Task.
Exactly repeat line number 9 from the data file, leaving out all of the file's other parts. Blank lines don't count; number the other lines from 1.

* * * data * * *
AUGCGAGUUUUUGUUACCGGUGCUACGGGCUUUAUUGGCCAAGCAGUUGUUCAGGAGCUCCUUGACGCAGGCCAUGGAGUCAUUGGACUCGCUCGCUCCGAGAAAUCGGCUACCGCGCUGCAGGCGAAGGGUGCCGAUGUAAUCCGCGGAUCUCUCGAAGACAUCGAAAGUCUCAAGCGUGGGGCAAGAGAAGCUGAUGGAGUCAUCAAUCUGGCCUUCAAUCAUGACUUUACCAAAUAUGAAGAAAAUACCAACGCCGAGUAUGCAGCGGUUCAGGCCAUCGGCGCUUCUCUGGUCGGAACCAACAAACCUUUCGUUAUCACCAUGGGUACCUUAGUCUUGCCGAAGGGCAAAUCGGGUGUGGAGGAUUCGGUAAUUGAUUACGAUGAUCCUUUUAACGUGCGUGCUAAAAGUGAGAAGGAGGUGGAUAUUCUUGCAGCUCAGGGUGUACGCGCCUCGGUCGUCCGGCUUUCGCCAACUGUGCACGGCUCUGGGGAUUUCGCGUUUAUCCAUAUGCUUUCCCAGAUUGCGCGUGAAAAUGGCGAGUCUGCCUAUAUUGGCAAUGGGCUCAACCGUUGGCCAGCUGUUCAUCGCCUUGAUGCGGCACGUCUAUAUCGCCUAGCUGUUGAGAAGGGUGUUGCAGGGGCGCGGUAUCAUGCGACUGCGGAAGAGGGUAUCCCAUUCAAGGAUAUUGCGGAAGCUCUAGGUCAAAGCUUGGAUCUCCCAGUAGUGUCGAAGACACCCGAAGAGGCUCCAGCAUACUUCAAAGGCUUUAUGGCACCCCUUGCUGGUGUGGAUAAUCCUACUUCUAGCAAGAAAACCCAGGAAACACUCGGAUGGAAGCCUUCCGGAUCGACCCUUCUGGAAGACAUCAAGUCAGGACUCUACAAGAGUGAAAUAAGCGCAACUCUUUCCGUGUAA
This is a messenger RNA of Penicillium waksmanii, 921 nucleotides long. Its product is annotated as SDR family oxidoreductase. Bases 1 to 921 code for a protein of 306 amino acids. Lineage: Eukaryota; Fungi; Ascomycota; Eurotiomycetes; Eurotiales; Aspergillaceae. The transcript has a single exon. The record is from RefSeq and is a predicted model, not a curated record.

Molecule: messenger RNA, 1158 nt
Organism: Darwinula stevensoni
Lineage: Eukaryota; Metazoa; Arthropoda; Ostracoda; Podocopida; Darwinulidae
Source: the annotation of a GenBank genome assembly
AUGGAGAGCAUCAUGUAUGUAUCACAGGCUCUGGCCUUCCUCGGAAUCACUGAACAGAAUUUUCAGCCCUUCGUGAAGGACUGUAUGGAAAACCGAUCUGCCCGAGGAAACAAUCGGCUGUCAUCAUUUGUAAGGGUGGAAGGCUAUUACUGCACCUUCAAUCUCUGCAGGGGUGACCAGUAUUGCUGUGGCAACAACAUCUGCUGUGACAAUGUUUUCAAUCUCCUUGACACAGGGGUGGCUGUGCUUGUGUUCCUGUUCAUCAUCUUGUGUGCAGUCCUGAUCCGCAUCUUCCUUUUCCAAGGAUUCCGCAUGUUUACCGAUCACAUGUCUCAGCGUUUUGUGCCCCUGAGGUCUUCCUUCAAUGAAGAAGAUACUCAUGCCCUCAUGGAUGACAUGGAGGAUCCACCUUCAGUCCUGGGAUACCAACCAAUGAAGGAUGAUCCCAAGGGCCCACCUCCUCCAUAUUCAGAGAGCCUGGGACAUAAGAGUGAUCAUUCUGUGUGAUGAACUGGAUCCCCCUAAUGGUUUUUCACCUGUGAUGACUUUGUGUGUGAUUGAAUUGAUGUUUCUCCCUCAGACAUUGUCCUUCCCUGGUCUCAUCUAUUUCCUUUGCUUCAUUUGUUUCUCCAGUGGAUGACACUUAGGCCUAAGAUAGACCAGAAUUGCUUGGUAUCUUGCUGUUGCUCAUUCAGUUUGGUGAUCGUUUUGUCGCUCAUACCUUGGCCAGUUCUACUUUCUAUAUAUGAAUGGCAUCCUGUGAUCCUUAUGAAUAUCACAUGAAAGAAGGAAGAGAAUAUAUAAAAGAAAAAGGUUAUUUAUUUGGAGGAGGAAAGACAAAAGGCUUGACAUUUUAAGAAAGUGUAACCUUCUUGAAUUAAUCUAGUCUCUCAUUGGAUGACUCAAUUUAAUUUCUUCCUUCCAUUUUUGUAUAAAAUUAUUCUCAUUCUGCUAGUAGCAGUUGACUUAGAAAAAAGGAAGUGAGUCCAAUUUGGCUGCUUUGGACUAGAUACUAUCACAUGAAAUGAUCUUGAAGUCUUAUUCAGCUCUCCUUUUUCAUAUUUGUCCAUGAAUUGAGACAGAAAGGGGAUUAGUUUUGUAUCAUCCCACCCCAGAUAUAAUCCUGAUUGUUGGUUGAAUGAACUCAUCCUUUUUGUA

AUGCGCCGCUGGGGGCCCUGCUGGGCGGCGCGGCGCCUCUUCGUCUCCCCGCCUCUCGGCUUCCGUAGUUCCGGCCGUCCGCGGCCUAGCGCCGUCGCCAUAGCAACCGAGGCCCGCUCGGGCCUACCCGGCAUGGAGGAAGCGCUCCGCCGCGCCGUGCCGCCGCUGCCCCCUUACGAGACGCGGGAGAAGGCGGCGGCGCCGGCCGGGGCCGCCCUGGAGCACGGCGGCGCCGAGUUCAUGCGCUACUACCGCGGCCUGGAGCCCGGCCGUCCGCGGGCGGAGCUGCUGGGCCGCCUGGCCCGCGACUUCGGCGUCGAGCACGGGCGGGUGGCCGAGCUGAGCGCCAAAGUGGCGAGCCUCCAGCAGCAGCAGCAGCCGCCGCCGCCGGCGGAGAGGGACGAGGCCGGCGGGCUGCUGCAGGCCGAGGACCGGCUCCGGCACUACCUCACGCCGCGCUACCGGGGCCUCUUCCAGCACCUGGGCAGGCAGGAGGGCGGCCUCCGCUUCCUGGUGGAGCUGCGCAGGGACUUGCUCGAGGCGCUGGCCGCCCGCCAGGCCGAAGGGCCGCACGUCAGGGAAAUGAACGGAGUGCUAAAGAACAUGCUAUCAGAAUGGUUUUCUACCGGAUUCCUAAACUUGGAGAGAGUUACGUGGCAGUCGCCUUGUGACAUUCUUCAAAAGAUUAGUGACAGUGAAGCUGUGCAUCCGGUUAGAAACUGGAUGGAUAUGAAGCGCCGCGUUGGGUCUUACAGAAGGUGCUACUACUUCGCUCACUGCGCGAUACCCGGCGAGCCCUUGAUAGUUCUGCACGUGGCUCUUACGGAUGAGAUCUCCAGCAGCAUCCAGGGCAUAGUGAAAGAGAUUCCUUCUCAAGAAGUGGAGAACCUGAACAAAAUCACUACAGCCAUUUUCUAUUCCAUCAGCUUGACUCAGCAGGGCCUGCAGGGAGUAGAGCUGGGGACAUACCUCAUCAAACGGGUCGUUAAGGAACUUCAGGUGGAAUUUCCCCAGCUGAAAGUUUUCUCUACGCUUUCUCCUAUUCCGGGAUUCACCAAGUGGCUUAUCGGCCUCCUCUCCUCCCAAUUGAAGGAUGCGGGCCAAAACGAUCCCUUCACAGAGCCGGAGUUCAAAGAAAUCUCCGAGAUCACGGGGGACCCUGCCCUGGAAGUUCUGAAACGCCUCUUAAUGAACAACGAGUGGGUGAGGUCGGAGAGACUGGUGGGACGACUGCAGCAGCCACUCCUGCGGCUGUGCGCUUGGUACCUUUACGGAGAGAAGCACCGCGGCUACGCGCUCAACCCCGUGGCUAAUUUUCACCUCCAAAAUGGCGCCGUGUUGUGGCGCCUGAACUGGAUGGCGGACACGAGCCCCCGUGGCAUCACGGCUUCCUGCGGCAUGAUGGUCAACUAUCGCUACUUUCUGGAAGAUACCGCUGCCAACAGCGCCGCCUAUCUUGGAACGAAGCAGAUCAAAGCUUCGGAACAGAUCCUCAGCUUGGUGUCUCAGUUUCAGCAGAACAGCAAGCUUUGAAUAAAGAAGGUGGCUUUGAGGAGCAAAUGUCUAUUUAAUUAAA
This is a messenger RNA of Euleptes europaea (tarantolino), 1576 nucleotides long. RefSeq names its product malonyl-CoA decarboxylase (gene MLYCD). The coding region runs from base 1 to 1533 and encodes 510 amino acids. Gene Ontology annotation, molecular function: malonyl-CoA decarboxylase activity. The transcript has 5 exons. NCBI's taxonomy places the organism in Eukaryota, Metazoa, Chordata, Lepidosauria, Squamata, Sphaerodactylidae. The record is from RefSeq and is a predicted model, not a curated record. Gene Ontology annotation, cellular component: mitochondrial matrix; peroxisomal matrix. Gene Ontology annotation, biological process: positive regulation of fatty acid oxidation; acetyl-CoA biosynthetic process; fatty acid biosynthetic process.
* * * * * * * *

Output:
This is a messenger RNA of Euleptes europaea (tarantolino), 1576 nucleotides long. RefSeq names its product malonyl-CoA decarboxylase (gene MLYCD). The coding region runs from base 1 to 1533 and encodes 510 amino acids. Gene Ontology annotation, molecular function: malonyl-CoA decarboxylase activity. The transcript has 5 exons. NCBI's taxonomy places the organism in Eukaryota, Metazoa, Chordata, Lepidosauria, Squamata, Sphaerodactylidae. The record is from RefSeq and is a predicted model, not a curated record. Gene Ontology annotation, cellular component: mitochondrial matrix; peroxisomal matrix. Gene Ontology annotation, biological process: positive regulation of fatty acid oxidation; acetyl-CoA biosynthetic process; fatty acid biosynthetic process.